- Associated Press - Wednesday, January 29, 2014

DYERSVILLE, Iowa (AP) - The eastern Iowa cities of Dyersville and Farley have long dealt with persistently high levels of radium in their drinking water, and now officials in one of those communities are taking action.

The Dyersville City Council on Jan. 6 approved a $1 million project for a filtration system that aims to lower radium levels, the Telegraph Herald reported (https://bit.ly/1mYlSV1 ).

Dyersville Mayor Alvin Haas said the project is a preventative measure for the community, whose residents receive notices in the mail about high levels of the substance.

“Our drinking water is very safe,” he said. “If it were not safe, we would immediately make sure everybody was notified. This is more a preventative action we’re doing to make sure there’s no problem down the road. We don’t want to gamble with our drinking water.”

Radium is naturally occurring in the area, said Ann Pham, an environmental program supervisor for the Iowa Department of Natural Resources.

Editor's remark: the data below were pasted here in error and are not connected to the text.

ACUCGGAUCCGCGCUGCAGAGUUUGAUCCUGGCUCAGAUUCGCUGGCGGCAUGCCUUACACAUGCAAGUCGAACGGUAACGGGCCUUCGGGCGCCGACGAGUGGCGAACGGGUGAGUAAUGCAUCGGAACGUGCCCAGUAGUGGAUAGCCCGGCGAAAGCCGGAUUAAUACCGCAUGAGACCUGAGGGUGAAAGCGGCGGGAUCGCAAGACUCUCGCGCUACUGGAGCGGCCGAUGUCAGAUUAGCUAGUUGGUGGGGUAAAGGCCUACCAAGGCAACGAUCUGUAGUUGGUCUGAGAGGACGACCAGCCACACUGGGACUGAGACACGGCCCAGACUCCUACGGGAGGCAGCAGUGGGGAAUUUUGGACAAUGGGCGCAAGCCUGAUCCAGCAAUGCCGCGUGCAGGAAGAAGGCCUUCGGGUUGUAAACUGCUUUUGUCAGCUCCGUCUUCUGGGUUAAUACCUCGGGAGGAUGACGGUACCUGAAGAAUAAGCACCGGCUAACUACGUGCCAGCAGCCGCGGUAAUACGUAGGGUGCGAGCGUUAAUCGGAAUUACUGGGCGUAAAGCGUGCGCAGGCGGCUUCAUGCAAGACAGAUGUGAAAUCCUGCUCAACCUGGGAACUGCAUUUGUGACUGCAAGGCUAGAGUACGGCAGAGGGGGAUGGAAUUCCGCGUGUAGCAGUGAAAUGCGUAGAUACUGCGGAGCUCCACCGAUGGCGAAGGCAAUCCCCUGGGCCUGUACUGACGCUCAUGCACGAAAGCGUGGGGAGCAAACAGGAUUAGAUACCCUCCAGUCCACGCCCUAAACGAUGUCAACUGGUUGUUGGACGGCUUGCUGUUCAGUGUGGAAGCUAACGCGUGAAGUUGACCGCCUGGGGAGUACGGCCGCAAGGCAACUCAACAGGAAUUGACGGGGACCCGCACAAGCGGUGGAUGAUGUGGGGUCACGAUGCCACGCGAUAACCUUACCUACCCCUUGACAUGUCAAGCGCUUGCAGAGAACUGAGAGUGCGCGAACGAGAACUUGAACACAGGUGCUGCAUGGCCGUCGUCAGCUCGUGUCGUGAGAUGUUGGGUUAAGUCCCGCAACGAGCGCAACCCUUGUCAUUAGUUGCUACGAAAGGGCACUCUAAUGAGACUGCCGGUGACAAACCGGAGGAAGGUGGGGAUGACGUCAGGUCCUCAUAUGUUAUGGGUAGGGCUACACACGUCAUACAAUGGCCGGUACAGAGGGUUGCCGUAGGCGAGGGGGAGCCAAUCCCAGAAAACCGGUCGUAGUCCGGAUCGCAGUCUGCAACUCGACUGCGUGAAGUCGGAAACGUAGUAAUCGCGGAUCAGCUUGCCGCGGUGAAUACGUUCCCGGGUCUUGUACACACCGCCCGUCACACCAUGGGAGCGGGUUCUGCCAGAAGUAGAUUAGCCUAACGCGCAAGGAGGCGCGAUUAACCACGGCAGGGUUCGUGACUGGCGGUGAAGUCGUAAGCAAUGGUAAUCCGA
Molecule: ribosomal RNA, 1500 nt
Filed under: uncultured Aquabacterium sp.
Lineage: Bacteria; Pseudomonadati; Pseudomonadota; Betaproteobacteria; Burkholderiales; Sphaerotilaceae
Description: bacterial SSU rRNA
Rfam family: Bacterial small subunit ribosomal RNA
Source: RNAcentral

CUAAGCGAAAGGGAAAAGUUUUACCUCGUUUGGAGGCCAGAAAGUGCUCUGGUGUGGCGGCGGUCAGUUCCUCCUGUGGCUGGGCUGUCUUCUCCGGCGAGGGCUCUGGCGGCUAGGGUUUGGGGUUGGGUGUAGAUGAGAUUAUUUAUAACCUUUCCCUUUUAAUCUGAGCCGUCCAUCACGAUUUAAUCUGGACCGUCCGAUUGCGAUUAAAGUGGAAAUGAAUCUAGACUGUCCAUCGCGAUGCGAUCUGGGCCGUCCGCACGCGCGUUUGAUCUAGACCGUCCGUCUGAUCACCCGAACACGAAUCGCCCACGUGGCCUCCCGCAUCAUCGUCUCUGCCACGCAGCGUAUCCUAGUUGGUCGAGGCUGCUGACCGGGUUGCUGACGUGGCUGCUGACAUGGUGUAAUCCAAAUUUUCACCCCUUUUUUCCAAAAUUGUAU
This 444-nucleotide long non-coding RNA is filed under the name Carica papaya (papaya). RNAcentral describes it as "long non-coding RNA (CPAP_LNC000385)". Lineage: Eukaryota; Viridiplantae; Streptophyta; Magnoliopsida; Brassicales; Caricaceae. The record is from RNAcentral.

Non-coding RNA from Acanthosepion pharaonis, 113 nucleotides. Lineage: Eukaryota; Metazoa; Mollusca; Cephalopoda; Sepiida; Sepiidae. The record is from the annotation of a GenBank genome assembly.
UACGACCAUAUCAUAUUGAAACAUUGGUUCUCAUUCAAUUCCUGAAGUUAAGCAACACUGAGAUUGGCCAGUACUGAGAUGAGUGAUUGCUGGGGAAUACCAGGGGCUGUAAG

“It is naturally occurring in the northeast region,” she said. “That is pretty typical of the groundwater there.”

But ingesting excessive levels of the substance can lead to higher risks for cancer in some people. Dyersville and Farley have levels that are not considered imminently dangerous, but they surpass the state-mandated threshold. Nearby municipalities appear to be immune of the radium concerns.

City officials in Farley are monitoring how Dyersville addresses the issue, those no immediate action is planned. Farley Mayor Jay Hefel said any option will not come cheap.

“They’re all expensive. When you’re a small town, that hurts. That takes money from other capital improvements or projects you’re trying to take care of.”

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Information from: Telegraph Herald, https://www.thonline.com

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